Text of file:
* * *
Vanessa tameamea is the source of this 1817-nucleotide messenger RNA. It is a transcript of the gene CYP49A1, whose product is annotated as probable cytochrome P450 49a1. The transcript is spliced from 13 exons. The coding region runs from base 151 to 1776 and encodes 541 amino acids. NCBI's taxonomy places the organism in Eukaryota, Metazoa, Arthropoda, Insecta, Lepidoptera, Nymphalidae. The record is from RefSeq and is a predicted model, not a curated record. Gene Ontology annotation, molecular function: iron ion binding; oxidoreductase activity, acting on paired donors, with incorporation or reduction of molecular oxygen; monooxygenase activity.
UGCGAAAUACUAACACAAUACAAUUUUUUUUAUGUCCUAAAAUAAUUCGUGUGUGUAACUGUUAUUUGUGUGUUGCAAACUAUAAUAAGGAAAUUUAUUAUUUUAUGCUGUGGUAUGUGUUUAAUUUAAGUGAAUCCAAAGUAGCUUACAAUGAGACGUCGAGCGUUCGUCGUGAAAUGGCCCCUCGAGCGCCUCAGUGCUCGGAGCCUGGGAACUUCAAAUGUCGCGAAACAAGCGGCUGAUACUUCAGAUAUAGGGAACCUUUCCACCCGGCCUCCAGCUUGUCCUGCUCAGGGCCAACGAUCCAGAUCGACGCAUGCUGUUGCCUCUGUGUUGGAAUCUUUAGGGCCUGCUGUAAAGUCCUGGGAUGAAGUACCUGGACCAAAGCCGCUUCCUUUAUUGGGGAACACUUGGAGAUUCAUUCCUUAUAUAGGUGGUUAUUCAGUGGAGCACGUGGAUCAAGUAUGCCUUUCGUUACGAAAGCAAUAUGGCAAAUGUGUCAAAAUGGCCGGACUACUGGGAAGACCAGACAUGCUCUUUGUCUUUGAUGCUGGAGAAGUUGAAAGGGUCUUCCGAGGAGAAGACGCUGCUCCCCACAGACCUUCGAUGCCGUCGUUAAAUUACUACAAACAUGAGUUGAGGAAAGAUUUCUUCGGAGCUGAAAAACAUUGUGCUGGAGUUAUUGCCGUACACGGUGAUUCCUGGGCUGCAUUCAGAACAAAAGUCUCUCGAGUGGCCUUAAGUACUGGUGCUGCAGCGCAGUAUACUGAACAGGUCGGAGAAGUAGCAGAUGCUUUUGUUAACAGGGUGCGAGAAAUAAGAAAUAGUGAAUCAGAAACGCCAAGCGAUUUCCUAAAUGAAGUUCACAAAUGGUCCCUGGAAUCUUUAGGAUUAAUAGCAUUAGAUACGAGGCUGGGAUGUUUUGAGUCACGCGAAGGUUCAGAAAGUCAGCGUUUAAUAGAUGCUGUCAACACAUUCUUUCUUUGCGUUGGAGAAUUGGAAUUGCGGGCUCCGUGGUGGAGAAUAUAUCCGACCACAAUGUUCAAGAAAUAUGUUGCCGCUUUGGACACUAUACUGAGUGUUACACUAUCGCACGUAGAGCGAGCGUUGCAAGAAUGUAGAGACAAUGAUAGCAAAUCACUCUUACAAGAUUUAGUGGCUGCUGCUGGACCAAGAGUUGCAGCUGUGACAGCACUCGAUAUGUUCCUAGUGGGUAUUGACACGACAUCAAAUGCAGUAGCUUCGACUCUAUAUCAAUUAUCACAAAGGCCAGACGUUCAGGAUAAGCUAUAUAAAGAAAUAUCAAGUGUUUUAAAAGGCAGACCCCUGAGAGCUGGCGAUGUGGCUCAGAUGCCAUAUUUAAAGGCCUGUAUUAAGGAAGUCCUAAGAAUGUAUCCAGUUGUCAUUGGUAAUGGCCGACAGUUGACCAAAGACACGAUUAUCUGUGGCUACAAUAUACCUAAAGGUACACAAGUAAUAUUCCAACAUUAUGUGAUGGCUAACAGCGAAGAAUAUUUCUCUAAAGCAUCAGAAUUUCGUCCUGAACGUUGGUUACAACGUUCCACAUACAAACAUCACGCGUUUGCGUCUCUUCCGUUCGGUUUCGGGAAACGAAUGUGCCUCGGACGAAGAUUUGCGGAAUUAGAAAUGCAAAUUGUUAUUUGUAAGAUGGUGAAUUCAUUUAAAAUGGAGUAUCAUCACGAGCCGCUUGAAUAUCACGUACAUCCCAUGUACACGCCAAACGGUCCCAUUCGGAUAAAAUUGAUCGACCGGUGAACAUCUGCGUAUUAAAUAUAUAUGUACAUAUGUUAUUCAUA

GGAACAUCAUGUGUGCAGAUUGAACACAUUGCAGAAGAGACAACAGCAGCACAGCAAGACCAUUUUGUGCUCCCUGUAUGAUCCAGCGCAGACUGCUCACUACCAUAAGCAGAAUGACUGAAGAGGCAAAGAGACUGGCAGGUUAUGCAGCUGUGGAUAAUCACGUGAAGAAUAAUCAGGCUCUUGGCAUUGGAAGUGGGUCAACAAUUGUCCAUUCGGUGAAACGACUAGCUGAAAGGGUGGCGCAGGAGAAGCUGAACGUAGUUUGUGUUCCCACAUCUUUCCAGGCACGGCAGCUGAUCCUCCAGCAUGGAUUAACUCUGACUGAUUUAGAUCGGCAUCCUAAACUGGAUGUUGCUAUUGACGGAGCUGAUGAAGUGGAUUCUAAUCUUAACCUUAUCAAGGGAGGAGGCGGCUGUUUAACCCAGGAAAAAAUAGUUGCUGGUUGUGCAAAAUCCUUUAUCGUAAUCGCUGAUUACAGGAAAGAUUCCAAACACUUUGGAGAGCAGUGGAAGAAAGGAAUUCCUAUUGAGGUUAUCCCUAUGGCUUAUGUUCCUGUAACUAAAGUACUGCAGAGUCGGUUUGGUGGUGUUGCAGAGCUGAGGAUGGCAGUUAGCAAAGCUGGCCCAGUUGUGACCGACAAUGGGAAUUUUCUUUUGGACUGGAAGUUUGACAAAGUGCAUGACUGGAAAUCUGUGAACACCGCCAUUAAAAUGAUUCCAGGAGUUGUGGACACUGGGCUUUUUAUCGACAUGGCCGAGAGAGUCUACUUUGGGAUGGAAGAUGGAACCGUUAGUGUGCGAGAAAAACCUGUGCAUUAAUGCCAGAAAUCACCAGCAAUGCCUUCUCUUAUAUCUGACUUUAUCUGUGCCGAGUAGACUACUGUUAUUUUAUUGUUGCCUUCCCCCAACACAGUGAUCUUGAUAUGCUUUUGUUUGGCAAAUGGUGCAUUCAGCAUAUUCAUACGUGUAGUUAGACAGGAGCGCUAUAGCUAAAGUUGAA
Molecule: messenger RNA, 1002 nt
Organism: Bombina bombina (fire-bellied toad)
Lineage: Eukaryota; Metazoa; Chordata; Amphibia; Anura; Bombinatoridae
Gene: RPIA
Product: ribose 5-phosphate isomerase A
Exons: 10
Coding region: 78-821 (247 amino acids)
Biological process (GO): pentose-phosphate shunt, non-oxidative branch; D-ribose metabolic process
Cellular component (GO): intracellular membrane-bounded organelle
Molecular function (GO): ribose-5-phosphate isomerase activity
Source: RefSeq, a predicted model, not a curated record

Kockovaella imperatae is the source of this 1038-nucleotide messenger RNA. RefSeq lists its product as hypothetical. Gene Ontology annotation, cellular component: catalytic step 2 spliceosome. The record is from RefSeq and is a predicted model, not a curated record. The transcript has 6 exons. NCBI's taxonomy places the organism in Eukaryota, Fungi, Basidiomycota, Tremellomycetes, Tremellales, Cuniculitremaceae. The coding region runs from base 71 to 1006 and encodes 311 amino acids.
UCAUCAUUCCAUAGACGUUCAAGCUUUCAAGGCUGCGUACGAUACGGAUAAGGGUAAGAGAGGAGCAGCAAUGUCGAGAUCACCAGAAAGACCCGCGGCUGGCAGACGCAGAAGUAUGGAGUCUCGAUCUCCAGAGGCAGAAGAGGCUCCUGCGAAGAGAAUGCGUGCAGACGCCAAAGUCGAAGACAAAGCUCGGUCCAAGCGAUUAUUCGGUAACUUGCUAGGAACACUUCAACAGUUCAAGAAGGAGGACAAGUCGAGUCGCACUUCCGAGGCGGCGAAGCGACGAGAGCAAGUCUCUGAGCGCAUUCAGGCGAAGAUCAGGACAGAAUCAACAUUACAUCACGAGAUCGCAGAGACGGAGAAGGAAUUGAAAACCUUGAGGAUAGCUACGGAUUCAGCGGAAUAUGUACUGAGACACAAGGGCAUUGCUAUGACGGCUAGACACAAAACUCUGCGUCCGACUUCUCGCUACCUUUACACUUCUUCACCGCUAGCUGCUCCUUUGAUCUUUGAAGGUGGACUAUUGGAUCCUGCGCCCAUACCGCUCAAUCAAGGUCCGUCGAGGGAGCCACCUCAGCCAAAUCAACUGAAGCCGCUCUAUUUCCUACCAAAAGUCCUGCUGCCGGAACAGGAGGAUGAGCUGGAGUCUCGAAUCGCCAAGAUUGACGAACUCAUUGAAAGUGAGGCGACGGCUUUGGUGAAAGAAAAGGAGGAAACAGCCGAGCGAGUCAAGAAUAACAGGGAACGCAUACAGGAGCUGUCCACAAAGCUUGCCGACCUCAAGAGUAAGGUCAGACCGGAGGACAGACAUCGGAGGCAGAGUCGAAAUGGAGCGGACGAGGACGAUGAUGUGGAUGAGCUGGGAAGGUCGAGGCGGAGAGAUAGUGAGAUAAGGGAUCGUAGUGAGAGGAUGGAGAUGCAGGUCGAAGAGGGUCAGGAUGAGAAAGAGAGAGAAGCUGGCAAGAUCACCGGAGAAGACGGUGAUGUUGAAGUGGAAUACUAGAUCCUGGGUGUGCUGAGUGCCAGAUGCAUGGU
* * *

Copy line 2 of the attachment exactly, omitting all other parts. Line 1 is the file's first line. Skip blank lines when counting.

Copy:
UGCGAAAUACUAACACAAUACAAUUUUUUUUAUGUCCUAAAAUAAUUCGUGUGUGUAACUGUUAUUUGUGUGUUGCAAACUAUAAUAAGGAAAUUUAUUAUUUUAUGCUGUGGUAUGUGUUUAAUUUAAGUGAAUCCAAAGUAGCUUACAAUGAGACGUCGAGCGUUCGUCGUGAAAUGGCCCCUCGAGCGCCUCAGUGCUCGGAGCCUGGGAACUUCAAAUGUCGCGAAACAAGCGGCUGAUACUUCAGAUAUAGGGAACCUUUCCACCCGGCCUCCAGCUUGUCCUGCUCAGGGCCAACGAUCCAGAUCGACGCAUGCUGUUGCCUCUGUGUUGGAAUCUUUAGGGCCUGCUGUAAAGUCCUGGGAUGAAGUACCUGGACCAAAGCCGCUUCCUUUAUUGGGGAACACUUGGAGAUUCAUUCCUUAUAUAGGUGGUUAUUCAGUGGAGCACGUGGAUCAAGUAUGCCUUUCGUUACGAAAGCAAUAUGGCAAAUGUGUCAAAAUGGCCGGACUACUGGGAAGACCAGACAUGCUCUUUGUCUUUGAUGCUGGAGAAGUUGAAAGGGUCUUCCGAGGAGAAGACGCUGCUCCCCACAGACCUUCGAUGCCGUCGUUAAAUUACUACAAACAUGAGUUGAGGAAAGAUUUCUUCGGAGCUGAAAAACAUUGUGCUGGAGUUAUUGCCGUACACGGUGAUUCCUGGGCUGCAUUCAGAACAAAAGUCUCUCGAGUGGCCUUAAGUACUGGUGCUGCAGCGCAGUAUACUGAACAGGUCGGAGAAGUAGCAGAUGCUUUUGUUAACAGGGUGCGAGAAAUAAGAAAUAGUGAAUCAGAAACGCCAAGCGAUUUCCUAAAUGAAGUUCACAAAUGGUCCCUGGAAUCUUUAGGAUUAAUAGCAUUAGAUACGAGGCUGGGAUGUUUUGAGUCACGCGAAGGUUCAGAAAGUCAGCGUUUAAUAGAUGCUGUCAACACAUUCUUUCUUUGCGUUGGAGAAUUGGAAUUGCGGGCUCCGUGGUGGAGAAUAUAUCCGACCACAAUGUUCAAGAAAUAUGUUGCCGCUUUGGACACUAUACUGAGUGUUACACUAUCGCACGUAGAGCGAGCGUUGCAAGAAUGUAGAGACAAUGAUAGCAAAUCACUCUUACAAGAUUUAGUGGCUGCUGCUGGACCAAGAGUUGCAGCUGUGACAGCACUCGAUAUGUUCCUAGUGGGUAUUGACACGACAUCAAAUGCAGUAGCUUCGACUCUAUAUCAAUUAUCACAAAGGCCAGACGUUCAGGAUAAGCUAUAUAAAGAAAUAUCAAGUGUUUUAAAAGGCAGACCCCUGAGAGCUGGCGAUGUGGCUCAGAUGCCAUAUUUAAAGGCCUGUAUUAAGGAAGUCCUAAGAAUGUAUCCAGUUGUCAUUGGUAAUGGCCGACAGUUGACCAAAGACACGAUUAUCUGUGGCUACAAUAUACCUAAAGGUACACAAGUAAUAUUCCAACAUUAUGUGAUGGCUAACAGCGAAGAAUAUUUCUCUAAAGCAUCAGAAUUUCGUCCUGAACGUUGGUUACAACGUUCCACAUACAAACAUCACGCGUUUGCGUCUCUUCCGUUCGGUUUCGGGAAACGAAUGUGCCUCGGACGAAGAUUUGCGGAAUUAGAAAUGCAAAUUGUUAUUUGUAAGAUGGUGAAUUCAUUUAAAAUGGAGUAUCAUCACGAGCCGCUUGAAUAUCACGUACAUCCCAUGUACACGCCAAACGGUCCCAUUCGGAUAAAAUUGAUCGACCGGUGAACAUCUGCGUAUUAAAUAUAUAUGUACAUAUGUUAUUCAUA